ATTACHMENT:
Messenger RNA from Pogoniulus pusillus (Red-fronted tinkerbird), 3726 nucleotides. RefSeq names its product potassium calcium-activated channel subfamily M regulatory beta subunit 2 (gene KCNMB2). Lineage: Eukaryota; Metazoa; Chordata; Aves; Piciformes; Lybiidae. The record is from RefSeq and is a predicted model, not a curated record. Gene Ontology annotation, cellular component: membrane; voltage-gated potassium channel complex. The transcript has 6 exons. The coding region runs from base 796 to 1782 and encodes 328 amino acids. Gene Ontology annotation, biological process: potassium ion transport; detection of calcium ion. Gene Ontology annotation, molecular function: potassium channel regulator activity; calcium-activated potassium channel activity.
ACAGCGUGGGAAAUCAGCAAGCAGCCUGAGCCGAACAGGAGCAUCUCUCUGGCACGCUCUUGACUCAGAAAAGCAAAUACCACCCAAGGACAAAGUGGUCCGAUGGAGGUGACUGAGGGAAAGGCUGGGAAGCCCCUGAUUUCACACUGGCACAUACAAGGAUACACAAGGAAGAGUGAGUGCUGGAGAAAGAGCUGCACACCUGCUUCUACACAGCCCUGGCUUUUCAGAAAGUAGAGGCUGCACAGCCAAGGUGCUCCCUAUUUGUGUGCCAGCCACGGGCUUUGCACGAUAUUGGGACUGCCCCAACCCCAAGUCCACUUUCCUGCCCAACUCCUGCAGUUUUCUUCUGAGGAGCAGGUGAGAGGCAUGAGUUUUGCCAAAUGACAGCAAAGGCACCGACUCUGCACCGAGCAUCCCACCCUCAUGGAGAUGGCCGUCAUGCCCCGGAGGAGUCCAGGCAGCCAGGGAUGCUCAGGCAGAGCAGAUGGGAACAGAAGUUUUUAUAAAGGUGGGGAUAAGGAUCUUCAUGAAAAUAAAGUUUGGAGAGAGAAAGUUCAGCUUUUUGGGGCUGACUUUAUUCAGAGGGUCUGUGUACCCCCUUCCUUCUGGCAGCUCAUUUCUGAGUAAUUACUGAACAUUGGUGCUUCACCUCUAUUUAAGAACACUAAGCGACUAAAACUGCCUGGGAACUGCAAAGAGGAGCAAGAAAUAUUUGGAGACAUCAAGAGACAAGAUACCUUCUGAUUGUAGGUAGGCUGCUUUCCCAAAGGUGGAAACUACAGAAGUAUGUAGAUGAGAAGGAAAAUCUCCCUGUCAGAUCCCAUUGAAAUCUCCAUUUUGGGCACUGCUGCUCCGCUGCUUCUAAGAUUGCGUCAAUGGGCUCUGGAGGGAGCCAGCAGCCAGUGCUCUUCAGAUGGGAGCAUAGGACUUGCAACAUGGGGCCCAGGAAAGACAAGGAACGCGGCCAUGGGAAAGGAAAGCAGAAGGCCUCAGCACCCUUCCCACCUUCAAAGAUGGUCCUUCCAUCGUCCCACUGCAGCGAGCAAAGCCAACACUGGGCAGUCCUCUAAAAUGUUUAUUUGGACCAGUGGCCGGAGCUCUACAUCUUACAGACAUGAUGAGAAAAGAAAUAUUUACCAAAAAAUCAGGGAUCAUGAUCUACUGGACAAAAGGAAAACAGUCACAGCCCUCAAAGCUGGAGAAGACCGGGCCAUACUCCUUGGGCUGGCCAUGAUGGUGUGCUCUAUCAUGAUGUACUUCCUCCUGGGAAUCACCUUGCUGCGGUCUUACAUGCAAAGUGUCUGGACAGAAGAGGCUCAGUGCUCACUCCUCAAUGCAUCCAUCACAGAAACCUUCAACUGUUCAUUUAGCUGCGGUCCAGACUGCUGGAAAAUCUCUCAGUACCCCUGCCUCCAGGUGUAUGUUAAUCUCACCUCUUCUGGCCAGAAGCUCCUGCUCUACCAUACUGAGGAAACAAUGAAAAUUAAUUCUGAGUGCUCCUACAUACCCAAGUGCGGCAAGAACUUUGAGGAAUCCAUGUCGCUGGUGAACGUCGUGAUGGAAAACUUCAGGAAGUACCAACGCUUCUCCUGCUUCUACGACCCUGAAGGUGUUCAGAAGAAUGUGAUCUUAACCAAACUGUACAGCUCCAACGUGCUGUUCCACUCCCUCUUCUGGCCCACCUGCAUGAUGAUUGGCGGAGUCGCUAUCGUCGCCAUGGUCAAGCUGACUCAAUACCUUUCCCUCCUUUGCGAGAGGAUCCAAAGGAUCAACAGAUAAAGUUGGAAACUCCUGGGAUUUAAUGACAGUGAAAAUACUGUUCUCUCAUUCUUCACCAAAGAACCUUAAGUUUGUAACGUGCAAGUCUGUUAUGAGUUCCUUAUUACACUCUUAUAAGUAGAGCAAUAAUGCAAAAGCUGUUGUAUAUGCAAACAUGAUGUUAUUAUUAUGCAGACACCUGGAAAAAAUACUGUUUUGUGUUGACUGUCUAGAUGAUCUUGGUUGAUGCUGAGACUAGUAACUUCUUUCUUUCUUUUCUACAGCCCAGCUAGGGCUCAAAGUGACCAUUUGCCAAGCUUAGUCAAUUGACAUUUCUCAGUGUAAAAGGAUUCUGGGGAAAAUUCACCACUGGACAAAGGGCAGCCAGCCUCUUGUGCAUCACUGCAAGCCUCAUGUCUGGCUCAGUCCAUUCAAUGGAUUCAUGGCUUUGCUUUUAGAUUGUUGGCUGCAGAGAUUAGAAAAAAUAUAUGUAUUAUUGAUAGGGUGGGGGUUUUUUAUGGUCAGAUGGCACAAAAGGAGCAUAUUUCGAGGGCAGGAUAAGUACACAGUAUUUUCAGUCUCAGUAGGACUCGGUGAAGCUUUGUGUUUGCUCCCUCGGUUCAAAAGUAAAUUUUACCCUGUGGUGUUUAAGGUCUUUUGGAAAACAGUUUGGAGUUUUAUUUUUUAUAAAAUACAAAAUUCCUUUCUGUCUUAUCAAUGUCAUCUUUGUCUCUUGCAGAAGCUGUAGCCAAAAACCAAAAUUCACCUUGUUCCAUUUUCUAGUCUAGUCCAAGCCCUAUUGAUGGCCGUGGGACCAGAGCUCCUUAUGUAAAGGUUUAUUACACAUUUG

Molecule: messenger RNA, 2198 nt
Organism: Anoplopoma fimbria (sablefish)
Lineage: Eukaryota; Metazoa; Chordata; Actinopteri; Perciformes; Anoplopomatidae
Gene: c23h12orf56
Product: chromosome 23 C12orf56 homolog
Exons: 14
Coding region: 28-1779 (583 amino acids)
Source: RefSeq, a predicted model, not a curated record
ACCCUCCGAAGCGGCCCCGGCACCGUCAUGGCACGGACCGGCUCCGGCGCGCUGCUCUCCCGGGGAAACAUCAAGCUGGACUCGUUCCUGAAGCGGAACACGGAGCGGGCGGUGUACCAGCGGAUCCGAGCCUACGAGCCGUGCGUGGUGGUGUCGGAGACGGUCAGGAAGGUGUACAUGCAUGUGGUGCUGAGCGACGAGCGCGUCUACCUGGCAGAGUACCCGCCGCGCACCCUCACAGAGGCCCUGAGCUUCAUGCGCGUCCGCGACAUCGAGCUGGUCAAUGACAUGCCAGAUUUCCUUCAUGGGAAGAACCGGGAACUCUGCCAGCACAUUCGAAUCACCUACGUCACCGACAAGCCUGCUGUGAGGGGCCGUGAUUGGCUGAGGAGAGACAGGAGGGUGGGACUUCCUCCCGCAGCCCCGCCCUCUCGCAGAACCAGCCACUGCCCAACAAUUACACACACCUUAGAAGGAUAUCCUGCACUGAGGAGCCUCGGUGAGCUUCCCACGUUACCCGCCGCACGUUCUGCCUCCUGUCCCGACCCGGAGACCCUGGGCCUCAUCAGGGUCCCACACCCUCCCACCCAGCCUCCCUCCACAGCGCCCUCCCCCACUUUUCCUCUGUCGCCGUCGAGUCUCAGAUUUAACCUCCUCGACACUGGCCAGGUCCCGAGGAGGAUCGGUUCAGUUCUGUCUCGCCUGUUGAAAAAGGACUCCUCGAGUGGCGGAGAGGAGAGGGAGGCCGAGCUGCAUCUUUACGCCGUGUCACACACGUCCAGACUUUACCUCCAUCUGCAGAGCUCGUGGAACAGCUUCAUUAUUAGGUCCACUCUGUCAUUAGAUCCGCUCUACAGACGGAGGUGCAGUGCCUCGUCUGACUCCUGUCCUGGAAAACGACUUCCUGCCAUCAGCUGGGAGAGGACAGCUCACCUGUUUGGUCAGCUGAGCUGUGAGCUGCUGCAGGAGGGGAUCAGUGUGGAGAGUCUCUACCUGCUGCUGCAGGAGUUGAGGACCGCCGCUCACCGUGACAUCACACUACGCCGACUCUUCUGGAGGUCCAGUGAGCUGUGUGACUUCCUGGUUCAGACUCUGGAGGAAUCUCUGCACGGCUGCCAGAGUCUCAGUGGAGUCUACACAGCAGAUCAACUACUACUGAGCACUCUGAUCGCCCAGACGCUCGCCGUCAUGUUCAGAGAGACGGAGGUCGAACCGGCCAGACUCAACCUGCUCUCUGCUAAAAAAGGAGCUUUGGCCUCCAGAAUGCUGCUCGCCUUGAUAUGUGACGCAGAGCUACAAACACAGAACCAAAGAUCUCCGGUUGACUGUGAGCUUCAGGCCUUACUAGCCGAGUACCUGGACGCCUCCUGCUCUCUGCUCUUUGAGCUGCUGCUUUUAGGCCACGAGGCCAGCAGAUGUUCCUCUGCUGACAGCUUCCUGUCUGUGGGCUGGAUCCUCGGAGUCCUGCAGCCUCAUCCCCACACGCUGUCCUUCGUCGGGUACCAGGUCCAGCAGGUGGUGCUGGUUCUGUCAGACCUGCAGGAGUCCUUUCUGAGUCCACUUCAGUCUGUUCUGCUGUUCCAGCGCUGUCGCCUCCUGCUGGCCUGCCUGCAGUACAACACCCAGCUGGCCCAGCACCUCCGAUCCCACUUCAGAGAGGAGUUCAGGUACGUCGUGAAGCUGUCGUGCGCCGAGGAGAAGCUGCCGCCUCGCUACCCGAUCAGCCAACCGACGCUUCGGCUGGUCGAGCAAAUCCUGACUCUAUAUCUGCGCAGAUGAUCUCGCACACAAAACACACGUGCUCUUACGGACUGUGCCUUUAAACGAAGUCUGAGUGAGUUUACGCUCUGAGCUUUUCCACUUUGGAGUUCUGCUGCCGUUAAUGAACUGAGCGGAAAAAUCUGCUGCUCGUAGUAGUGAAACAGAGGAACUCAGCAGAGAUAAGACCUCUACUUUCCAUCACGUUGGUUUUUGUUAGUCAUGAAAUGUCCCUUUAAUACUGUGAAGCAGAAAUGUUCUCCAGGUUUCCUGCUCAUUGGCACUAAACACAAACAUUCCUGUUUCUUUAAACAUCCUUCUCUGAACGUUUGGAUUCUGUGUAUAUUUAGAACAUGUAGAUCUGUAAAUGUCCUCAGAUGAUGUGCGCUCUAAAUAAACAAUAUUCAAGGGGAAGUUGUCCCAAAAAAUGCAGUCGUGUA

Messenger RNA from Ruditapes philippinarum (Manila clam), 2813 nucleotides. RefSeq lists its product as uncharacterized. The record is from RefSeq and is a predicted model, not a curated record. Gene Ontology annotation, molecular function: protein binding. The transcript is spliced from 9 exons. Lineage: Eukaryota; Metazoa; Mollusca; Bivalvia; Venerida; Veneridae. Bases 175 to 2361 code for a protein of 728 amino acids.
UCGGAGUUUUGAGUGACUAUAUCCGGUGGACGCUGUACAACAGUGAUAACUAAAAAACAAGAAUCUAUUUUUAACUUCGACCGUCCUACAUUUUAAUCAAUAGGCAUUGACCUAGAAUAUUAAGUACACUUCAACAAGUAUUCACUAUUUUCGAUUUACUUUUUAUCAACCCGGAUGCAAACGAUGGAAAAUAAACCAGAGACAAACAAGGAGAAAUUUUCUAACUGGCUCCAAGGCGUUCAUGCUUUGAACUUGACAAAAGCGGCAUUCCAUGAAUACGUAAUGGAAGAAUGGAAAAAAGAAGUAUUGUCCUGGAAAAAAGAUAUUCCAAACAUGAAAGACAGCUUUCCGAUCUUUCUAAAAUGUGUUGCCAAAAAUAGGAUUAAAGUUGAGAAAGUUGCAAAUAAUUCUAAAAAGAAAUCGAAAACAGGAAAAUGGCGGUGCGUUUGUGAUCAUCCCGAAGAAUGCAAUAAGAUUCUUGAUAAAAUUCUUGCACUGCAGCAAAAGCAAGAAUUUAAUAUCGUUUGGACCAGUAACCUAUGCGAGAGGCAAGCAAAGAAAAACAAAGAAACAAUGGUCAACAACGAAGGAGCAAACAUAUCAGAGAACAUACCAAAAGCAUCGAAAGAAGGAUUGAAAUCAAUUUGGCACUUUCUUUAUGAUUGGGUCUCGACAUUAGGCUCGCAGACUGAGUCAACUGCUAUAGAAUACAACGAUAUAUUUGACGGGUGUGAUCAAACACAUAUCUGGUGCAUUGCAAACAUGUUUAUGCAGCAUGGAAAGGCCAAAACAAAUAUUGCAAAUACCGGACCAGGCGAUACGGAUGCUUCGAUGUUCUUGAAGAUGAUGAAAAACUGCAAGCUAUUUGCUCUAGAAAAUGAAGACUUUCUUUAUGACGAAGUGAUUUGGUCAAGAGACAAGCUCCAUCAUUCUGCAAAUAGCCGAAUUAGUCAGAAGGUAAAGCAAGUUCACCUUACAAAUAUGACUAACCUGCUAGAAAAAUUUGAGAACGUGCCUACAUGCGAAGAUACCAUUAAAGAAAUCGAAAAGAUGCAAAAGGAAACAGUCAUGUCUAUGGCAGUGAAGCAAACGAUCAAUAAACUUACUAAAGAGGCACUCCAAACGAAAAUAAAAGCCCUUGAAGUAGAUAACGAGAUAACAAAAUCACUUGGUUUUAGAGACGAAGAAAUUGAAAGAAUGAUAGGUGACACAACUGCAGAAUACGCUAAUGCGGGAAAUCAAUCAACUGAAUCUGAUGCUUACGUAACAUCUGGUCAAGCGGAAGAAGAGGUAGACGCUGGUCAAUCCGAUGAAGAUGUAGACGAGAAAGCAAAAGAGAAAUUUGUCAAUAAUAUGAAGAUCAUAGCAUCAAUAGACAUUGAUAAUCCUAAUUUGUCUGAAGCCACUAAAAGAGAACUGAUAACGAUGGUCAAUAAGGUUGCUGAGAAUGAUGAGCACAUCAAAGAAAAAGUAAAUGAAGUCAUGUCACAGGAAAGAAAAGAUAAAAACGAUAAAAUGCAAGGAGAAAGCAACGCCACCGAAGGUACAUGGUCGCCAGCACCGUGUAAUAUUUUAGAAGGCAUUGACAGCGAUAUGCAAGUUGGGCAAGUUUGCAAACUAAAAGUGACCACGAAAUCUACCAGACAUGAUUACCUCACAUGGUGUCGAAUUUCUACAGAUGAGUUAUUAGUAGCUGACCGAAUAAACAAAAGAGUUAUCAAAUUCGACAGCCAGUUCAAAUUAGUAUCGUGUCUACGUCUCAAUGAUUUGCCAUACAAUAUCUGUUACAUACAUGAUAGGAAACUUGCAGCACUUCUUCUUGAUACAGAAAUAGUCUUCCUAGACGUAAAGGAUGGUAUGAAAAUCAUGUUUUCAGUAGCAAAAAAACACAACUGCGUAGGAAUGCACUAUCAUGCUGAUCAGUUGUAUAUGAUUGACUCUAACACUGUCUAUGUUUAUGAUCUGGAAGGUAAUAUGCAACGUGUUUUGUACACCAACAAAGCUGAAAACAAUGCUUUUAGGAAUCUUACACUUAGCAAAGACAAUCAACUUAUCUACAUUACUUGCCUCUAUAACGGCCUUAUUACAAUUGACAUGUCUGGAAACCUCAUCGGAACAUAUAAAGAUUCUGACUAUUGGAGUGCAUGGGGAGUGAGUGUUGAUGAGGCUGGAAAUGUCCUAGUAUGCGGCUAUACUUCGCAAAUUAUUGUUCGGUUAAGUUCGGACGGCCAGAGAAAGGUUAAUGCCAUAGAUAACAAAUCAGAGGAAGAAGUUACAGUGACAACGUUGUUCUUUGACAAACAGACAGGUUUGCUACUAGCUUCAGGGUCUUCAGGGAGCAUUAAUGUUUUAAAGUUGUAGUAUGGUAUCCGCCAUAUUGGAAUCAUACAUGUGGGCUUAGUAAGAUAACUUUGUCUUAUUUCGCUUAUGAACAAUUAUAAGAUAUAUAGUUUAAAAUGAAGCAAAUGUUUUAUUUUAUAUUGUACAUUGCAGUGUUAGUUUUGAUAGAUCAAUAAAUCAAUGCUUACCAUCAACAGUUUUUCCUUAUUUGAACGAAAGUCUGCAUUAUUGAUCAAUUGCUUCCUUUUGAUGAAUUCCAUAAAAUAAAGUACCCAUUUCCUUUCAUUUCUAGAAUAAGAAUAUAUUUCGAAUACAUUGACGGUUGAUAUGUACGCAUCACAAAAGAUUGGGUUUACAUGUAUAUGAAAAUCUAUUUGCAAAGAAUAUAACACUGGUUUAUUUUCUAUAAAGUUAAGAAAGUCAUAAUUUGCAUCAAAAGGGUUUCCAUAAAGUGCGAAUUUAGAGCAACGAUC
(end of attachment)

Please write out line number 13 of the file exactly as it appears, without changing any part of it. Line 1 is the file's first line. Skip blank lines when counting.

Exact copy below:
UCGGAGUUUUGAGUGACUAUAUCCGGUGGACGCUGUACAACAGUGAUAACUAAAAAACAAGAAUCUAUUUUUAACUUCGACCGUCCUACAUUUUAAUCAAUAGGCAUUGACCUAGAAUAUUAAGUACACUUCAACAAGUAUUCACUAUUUUCGAUUUACUUUUUAUCAACCCGGAUGCAAACGAUGGAAAAUAAACCAGAGACAAACAAGGAGAAAUUUUCUAACUGGCUCCAAGGCGUUCAUGCUUUGAACUUGACAAAAGCGGCAUUCCAUGAAUACGUAAUGGAAGAAUGGAAAAAAGAAGUAUUGUCCUGGAAAAAAGAUAUUCCAAACAUGAAAGACAGCUUUCCGAUCUUUCUAAAAUGUGUUGCCAAAAAUAGGAUUAAAGUUGAGAAAGUUGCAAAUAAUUCUAAAAAGAAAUCGAAAACAGGAAAAUGGCGGUGCGUUUGUGAUCAUCCCGAAGAAUGCAAUAAGAUUCUUGAUAAAAUUCUUGCACUGCAGCAAAAGCAAGAAUUUAAUAUCGUUUGGACCAGUAACCUAUGCGAGAGGCAAGCAAAGAAAAACAAAGAAACAAUGGUCAACAACGAAGGAGCAAACAUAUCAGAGAACAUACCAAAAGCAUCGAAAGAAGGAUUGAAAUCAAUUUGGCACUUUCUUUAUGAUUGGGUCUCGACAUUAGGCUCGCAGACUGAGUCAACUGCUAUAGAAUACAACGAUAUAUUUGACGGGUGUGAUCAAACACAUAUCUGGUGCAUUGCAAACAUGUUUAUGCAGCAUGGAAAGGCCAAAACAAAUAUUGCAAAUACCGGACCAGGCGAUACGGAUGCUUCGAUGUUCUUGAAGAUGAUGAAAAACUGCAAGCUAUUUGCUCUAGAAAAUGAAGACUUUCUUUAUGACGAAGUGAUUUGGUCAAGAGACAAGCUCCAUCAUUCUGCAAAUAGCCGAAUUAGUCAGAAGGUAAAGCAAGUUCACCUUACAAAUAUGACUAACCUGCUAGAAAAAUUUGAGAACGUGCCUACAUGCGAAGAUACCAUUAAAGAAAUCGAAAAGAUGCAAAAGGAAACAGUCAUGUCUAUGGCAGUGAAGCAAACGAUCAAUAAACUUACUAAAGAGGCACUCCAAACGAAAAUAAAAGCCCUUGAAGUAGAUAACGAGAUAACAAAAUCACUUGGUUUUAGAGACGAAGAAAUUGAAAGAAUGAUAGGUGACACAACUGCAGAAUACGCUAAUGCGGGAAAUCAAUCAACUGAAUCUGAUGCUUACGUAACAUCUGGUCAAGCGGAAGAAGAGGUAGACGCUGGUCAAUCCGAUGAAGAUGUAGACGAGAAAGCAAAAGAGAAAUUUGUCAAUAAUAUGAAGAUCAUAGCAUCAAUAGACAUUGAUAAUCCUAAUUUGUCUGAAGCCACUAAAAGAGAACUGAUAACGAUGGUCAAUAAGGUUGCUGAGAAUGAUGAGCACAUCAAAGAAAAAGUAAAUGAAGUCAUGUCACAGGAAAGAAAAGAUAAAAACGAUAAAAUGCAAGGAGAAAGCAACGCCACCGAAGGUACAUGGUCGCCAGCACCGUGUAAUAUUUUAGAAGGCAUUGACAGCGAUAUGCAAGUUGGGCAAGUUUGCAAACUAAAAGUGACCACGAAAUCUACCAGACAUGAUUACCUCACAUGGUGUCGAAUUUCUACAGAUGAGUUAUUAGUAGCUGACCGAAUAAACAAAAGAGUUAUCAAAUUCGACAGCCAGUUCAAAUUAGUAUCGUGUCUACGUCUCAAUGAUUUGCCAUACAAUAUCUGUUACAUACAUGAUAGGAAACUUGCAGCACUUCUUCUUGAUACAGAAAUAGUCUUCCUAGACGUAAAGGAUGGUAUGAAAAUCAUGUUUUCAGUAGCAAAAAAACACAACUGCGUAGGAAUGCACUAUCAUGCUGAUCAGUUGUAUAUGAUUGACUCUAACACUGUCUAUGUUUAUGAUCUGGAAGGUAAUAUGCAACGUGUUUUGUACACCAACAAAGCUGAAAACAAUGCUUUUAGGAAUCUUACACUUAGCAAAGACAAUCAACUUAUCUACAUUACUUGCCUCUAUAACGGCCUUAUUACAAUUGACAUGUCUGGAAACCUCAUCGGAACAUAUAAAGAUUCUGACUAUUGGAGUGCAUGGGGAGUGAGUGUUGAUGAGGCUGGAAAUGUCCUAGUAUGCGGCUAUACUUCGCAAAUUAUUGUUCGGUUAAGUUCGGACGGCCAGAGAAAGGUUAAUGCCAUAGAUAACAAAUCAGAGGAAGAAGUUACAGUGACAACGUUGUUCUUUGACAAACAGACAGGUUUGCUACUAGCUUCAGGGUCUUCAGGGAGCAUUAAUGUUUUAAAGUUGUAGUAUGGUAUCCGCCAUAUUGGAAUCAUACAUGUGGGCUUAGUAAGAUAACUUUGUCUUAUUUCGCUUAUGAACAAUUAUAAGAUAUAUAGUUUAAAAUGAAGCAAAUGUUUUAUUUUAUAUUGUACAUUGCAGUGUUAGUUUUGAUAGAUCAAUAAAUCAAUGCUUACCAUCAACAGUUUUUCCUUAUUUGAACGAAAGUCUGCAUUAUUGAUCAAUUGCUUCCUUUUGAUGAAUUCCAUAAAAUAAAGUACCCAUUUCCUUUCAUUUCUAGAAUAAGAAUAUAUUUCGAAUACAUUGACGGUUGAUAUGUACGCAUCACAAAAGAUUGGGUUUACAUGUAUAUGAAAAUCUAUUUGCAAAGAAUAUAACACUGGUUUAUUUUCUAUAAAGUUAAGAAAGUCAUAAUUUGCAUCAAAAGGGUUUCCAUAAAGUGCGAAUUUAGAGCAACGAUC